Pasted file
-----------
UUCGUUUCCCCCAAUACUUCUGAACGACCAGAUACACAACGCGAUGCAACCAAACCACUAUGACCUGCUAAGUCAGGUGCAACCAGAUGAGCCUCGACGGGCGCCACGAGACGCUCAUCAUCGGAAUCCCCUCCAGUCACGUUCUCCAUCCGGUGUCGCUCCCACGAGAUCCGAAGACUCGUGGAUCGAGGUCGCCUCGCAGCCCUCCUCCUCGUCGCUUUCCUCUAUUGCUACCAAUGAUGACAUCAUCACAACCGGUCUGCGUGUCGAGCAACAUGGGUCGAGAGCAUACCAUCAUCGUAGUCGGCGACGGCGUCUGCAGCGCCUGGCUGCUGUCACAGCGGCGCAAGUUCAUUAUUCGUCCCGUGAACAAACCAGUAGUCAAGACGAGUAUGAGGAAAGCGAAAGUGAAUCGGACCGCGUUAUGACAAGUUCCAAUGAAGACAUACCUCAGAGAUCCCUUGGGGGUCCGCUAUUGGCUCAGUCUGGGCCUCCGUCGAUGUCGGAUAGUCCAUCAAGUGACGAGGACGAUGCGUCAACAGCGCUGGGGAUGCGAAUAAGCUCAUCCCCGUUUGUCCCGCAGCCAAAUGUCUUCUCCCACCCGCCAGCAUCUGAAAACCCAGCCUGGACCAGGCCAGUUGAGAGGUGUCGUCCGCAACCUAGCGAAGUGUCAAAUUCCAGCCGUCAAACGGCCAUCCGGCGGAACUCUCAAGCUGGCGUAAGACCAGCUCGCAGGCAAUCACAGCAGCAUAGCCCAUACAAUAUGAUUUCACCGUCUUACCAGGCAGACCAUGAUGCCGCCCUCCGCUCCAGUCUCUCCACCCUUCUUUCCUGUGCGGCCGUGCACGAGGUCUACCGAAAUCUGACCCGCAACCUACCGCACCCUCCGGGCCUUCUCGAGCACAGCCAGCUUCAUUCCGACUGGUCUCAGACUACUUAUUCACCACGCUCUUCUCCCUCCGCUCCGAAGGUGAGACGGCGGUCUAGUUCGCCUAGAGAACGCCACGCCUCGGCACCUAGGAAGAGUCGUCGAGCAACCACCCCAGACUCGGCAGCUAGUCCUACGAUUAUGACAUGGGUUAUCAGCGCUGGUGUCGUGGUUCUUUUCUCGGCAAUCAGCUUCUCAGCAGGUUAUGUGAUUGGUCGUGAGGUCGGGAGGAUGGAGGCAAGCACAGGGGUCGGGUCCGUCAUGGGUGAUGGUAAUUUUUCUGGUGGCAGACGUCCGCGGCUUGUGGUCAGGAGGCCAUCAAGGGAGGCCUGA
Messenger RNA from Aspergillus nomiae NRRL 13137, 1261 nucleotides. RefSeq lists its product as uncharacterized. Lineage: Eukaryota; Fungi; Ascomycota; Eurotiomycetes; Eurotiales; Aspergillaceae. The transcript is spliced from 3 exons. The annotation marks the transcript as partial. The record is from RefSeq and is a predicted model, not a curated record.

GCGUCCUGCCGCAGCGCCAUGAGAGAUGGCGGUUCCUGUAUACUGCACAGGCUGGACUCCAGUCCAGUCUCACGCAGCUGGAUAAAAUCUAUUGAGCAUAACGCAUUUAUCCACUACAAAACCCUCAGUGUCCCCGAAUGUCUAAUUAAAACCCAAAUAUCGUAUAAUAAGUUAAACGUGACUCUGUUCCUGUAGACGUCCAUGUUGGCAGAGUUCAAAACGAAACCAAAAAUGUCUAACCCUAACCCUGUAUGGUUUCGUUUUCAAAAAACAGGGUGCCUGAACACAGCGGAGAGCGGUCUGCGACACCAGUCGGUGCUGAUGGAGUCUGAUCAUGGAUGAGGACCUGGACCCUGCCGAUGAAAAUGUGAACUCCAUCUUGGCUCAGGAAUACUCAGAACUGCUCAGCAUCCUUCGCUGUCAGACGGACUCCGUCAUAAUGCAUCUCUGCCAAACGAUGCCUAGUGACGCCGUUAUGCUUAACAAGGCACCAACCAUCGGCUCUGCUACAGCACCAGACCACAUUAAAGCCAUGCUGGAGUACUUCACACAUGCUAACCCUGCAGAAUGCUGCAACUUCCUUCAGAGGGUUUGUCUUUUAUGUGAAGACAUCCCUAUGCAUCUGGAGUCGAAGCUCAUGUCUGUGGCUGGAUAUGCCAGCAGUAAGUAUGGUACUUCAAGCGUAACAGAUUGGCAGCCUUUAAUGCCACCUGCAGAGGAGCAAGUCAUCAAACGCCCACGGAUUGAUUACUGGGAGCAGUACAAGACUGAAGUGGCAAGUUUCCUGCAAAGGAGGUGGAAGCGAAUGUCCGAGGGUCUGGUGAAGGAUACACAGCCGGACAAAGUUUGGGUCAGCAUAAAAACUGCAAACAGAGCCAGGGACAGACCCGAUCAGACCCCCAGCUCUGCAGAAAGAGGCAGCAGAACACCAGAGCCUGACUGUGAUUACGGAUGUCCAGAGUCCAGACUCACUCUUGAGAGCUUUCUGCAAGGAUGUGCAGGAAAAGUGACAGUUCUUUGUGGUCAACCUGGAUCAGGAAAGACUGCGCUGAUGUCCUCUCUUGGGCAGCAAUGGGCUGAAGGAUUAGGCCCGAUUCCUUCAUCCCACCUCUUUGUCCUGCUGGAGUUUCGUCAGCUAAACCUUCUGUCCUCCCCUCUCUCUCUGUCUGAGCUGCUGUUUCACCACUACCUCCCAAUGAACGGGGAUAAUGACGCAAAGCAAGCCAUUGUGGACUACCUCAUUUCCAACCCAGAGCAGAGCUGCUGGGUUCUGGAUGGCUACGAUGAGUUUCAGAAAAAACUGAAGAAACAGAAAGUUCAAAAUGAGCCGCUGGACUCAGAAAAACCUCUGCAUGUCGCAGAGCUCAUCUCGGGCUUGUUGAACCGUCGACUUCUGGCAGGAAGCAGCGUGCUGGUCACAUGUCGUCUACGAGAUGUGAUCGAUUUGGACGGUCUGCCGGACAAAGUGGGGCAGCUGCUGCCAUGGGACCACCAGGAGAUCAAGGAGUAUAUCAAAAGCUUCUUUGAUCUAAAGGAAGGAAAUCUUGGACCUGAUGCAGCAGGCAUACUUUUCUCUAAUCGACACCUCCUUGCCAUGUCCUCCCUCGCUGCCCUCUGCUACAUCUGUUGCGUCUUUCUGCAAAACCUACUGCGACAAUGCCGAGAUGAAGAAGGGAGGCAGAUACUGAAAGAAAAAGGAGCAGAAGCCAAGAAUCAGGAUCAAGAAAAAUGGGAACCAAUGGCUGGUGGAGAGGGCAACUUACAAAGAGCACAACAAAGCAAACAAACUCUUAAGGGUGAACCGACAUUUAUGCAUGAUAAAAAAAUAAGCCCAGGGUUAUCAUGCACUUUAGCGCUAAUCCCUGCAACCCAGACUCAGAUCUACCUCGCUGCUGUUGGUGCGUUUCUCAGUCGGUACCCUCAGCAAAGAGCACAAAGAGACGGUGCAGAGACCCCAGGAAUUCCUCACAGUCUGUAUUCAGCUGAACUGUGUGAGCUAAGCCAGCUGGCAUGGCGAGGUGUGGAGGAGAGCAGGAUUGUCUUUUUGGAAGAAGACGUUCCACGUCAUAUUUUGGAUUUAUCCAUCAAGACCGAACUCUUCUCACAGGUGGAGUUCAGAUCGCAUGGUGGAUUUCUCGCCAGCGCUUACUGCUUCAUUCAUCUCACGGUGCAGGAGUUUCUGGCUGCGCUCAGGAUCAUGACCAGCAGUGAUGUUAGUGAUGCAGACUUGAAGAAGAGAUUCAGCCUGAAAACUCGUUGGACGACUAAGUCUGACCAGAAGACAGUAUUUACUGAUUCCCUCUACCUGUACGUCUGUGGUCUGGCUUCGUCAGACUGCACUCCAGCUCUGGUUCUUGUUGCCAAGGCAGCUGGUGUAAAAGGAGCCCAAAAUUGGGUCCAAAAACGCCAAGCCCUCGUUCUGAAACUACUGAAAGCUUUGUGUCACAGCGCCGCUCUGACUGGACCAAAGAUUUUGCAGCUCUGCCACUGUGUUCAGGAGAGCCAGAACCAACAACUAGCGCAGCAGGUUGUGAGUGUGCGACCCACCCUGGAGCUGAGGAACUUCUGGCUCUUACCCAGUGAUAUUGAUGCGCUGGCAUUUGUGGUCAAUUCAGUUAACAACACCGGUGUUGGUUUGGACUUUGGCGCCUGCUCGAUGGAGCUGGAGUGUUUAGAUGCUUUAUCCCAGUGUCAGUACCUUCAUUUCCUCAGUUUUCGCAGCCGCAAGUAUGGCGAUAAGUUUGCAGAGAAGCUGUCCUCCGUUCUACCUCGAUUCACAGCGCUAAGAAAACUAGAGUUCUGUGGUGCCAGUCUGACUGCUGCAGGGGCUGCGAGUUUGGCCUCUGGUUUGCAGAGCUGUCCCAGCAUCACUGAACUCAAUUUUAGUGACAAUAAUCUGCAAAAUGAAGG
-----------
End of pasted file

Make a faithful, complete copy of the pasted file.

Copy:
UUCGUUUCCCCCAAUACUUCUGAACGACCAGAUACACAACGCGAUGCAACCAAACCACUAUGACCUGCUAAGUCAGGUGCAACCAGAUGAGCCUCGACGGGCGCCACGAGACGCUCAUCAUCGGAAUCCCCUCCAGUCACGUUCUCCAUCCGGUGUCGCUCCCACGAGAUCCGAAGACUCGUGGAUCGAGGUCGCCUCGCAGCCCUCCUCCUCGUCGCUUUCCUCUAUUGCUACCAAUGAUGACAUCAUCACAACCGGUCUGCGUGUCGAGCAACAUGGGUCGAGAGCAUACCAUCAUCGUAGUCGGCGACGGCGUCUGCAGCGCCUGGCUGCUGUCACAGCGGCGCAAGUUCAUUAUUCGUCCCGUGAACAAACCAGUAGUCAAGACGAGUAUGAGGAAAGCGAAAGUGAAUCGGACCGCGUUAUGACAAGUUCCAAUGAAGACAUACCUCAGAGAUCCCUUGGGGGUCCGCUAUUGGCUCAGUCUGGGCCUCCGUCGAUGUCGGAUAGUCCAUCAAGUGACGAGGACGAUGCGUCAACAGCGCUGGGGAUGCGAAUAAGCUCAUCCCCGUUUGUCCCGCAGCCAAAUGUCUUCUCCCACCCGCCAGCAUCUGAAAACCCAGCCUGGACCAGGCCAGUUGAGAGGUGUCGUCCGCAACCUAGCGAAGUGUCAAAUUCCAGCCGUCAAACGGCCAUCCGGCGGAACUCUCAAGCUGGCGUAAGACCAGCUCGCAGGCAAUCACAGCAGCAUAGCCCAUACAAUAUGAUUUCACCGUCUUACCAGGCAGACCAUGAUGCCGCCCUCCGCUCCAGUCUCUCCACCCUUCUUUCCUGUGCGGCCGUGCACGAGGUCUACCGAAAUCUGACCCGCAACCUACCGCACCCUCCGGGCCUUCUCGAGCACAGCCAGCUUCAUUCCGACUGGUCUCAGACUACUUAUUCACCACGCUCUUCUCCCUCCGCUCCGAAGGUGAGACGGCGGUCUAGUUCGCCUAGAGAACGCCACGCCUCGGCACCUAGGAAGAGUCGUCGAGCAACCACCCCAGACUCGGCAGCUAGUCCUACGAUUAUGACAUGGGUUAUCAGCGCUGGUGUCGUGGUUCUUUUCUCGGCAAUCAGCUUCUCAGCAGGUUAUGUGAUUGGUCGUGAGGUCGGGAGGAUGGAGGCAAGCACAGGGGUCGGGUCCGUCAUGGGUGAUGGUAAUUUUUCUGGUGGCAGACGUCCGCGGCUUGUGGUCAGGAGGCCAUCAAGGGAGGCCUGA
Messenger RNA from Aspergillus nomiae NRRL 13137, 1261 nucleotides. RefSeq lists its product as uncharacterized. Lineage: Eukaryota; Fungi; Ascomycota; Eurotiomycetes; Eurotiales; Aspergillaceae. The transcript is spliced from 3 exons. The annotation marks the transcript as partial. The record is from RefSeq and is a predicted model, not a curated record.

GCGUCCUGCCGCAGCGCCAUGAGAGAUGGCGGUUCCUGUAUACUGCACAGGCUGGACUCCAGUCCAGUCUCACGCAGCUGGAUAAAAUCUAUUGAGCAUAACGCAUUUAUCCACUACAAAACCCUCAGUGUCCCCGAAUGUCUAAUUAAAACCCAAAUAUCGUAUAAUAAGUUAAACGUGACUCUGUUCCUGUAGACGUCCAUGUUGGCAGAGUUCAAAACGAAACCAAAAAUGUCUAACCCUAACCCUGUAUGGUUUCGUUUUCAAAAAACAGGGUGCCUGAACACAGCGGAGAGCGGUCUGCGACACCAGUCGGUGCUGAUGGAGUCUGAUCAUGGAUGAGGACCUGGACCCUGCCGAUGAAAAUGUGAACUCCAUCUUGGCUCAGGAAUACUCAGAACUGCUCAGCAUCCUUCGCUGUCAGACGGACUCCGUCAUAAUGCAUCUCUGCCAAACGAUGCCUAGUGACGCCGUUAUGCUUAACAAGGCACCAACCAUCGGCUCUGCUACAGCACCAGACCACAUUAAAGCCAUGCUGGAGUACUUCACACAUGCUAACCCUGCAGAAUGCUGCAACUUCCUUCAGAGGGUUUGUCUUUUAUGUGAAGACAUCCCUAUGCAUCUGGAGUCGAAGCUCAUGUCUGUGGCUGGAUAUGCCAGCAGUAAGUAUGGUACUUCAAGCGUAACAGAUUGGCAGCCUUUAAUGCCACCUGCAGAGGAGCAAGUCAUCAAACGCCCACGGAUUGAUUACUGGGAGCAGUACAAGACUGAAGUGGCAAGUUUCCUGCAAAGGAGGUGGAAGCGAAUGUCCGAGGGUCUGGUGAAGGAUACACAGCCGGACAAAGUUUGGGUCAGCAUAAAAACUGCAAACAGAGCCAGGGACAGACCCGAUCAGACCCCCAGCUCUGCAGAAAGAGGCAGCAGAACACCAGAGCCUGACUGUGAUUACGGAUGUCCAGAGUCCAGACUCACUCUUGAGAGCUUUCUGCAAGGAUGUGCAGGAAAAGUGACAGUUCUUUGUGGUCAACCUGGAUCAGGAAAGACUGCGCUGAUGUCCUCUCUUGGGCAGCAAUGGGCUGAAGGAUUAGGCCCGAUUCCUUCAUCCCACCUCUUUGUCCUGCUGGAGUUUCGUCAGCUAAACCUUCUGUCCUCCCCUCUCUCUCUGUCUGAGCUGCUGUUUCACCACUACCUCCCAAUGAACGGGGAUAAUGACGCAAAGCAAGCCAUUGUGGACUACCUCAUUUCCAACCCAGAGCAGAGCUGCUGGGUUCUGGAUGGCUACGAUGAGUUUCAGAAAAAACUGAAGAAACAGAAAGUUCAAAAUGAGCCGCUGGACUCAGAAAAACCUCUGCAUGUCGCAGAGCUCAUCUCGGGCUUGUUGAACCGUCGACUUCUGGCAGGAAGCAGCGUGCUGGUCACAUGUCGUCUACGAGAUGUGAUCGAUUUGGACGGUCUGCCGGACAAAGUGGGGCAGCUGCUGCCAUGGGACCACCAGGAGAUCAAGGAGUAUAUCAAAAGCUUCUUUGAUCUAAAGGAAGGAAAUCUUGGACCUGAUGCAGCAGGCAUACUUUUCUCUAAUCGACACCUCCUUGCCAUGUCCUCCCUCGCUGCCCUCUGCUACAUCUGUUGCGUCUUUCUGCAAAACCUACUGCGACAAUGCCGAGAUGAAGAAGGGAGGCAGAUACUGAAAGAAAAAGGAGCAGAAGCCAAGAAUCAGGAUCAAGAAAAAUGGGAACCAAUGGCUGGUGGAGAGGGCAACUUACAAAGAGCACAACAAAGCAAACAAACUCUUAAGGGUGAACCGACAUUUAUGCAUGAUAAAAAAAUAAGCCCAGGGUUAUCAUGCACUUUAGCGCUAAUCCCUGCAACCCAGACUCAGAUCUACCUCGCUGCUGUUGGUGCGUUUCUCAGUCGGUACCCUCAGCAAAGAGCACAAAGAGACGGUGCAGAGACCCCAGGAAUUCCUCACAGUCUGUAUUCAGCUGAACUGUGUGAGCUAAGCCAGCUGGCAUGGCGAGGUGUGGAGGAGAGCAGGAUUGUCUUUUUGGAAGAAGACGUUCCACGUCAUAUUUUGGAUUUAUCCAUCAAGACCGAACUCUUCUCACAGGUGGAGUUCAGAUCGCAUGGUGGAUUUCUCGCCAGCGCUUACUGCUUCAUUCAUCUCACGGUGCAGGAGUUUCUGGCUGCGCUCAGGAUCAUGACCAGCAGUGAUGUUAGUGAUGCAGACUUGAAGAAGAGAUUCAGCCUGAAAACUCGUUGGACGACUAAGUCUGACCAGAAGACAGUAUUUACUGAUUCCCUCUACCUGUACGUCUGUGGUCUGGCUUCGUCAGACUGCACUCCAGCUCUGGUUCUUGUUGCCAAGGCAGCUGGUGUAAAAGGAGCCCAAAAUUGGGUCCAAAAACGCCAAGCCCUCGUUCUGAAACUACUGAAAGCUUUGUGUCACAGCGCCGCUCUGACUGGACCAAAGAUUUUGCAGCUCUGCCACUGUGUUCAGGAGAGCCAGAACCAACAACUAGCGCAGCAGGUUGUGAGUGUGCGACCCACCCUGGAGCUGAGGAACUUCUGGCUCUUACCCAGUGAUAUUGAUGCGCUGGCAUUUGUGGUCAAUUCAGUUAACAACACCGGUGUUGGUUUGGACUUUGGCGCCUGCUCGAUGGAGCUGGAGUGUUUAGAUGCUUUAUCCCAGUGUCAGUACCUUCAUUUCCUCAGUUUUCGCAGCCGCAAGUAUGGCGAUAAGUUUGCAGAGAAGCUGUCCUCCGUUCUACCUCGAUUCACAGCGCUAAGAAAACUAGAGUUCUGUGGUGCCAGUCUGACUGCUGCAGGGGCUGCGAGUUUGGCCUCUGGUUUGCAGAGCUGUCCCAGCAUCACUGAACUCAAUUUUAGUGACAAUAAUCUGCAAAAUGAAGG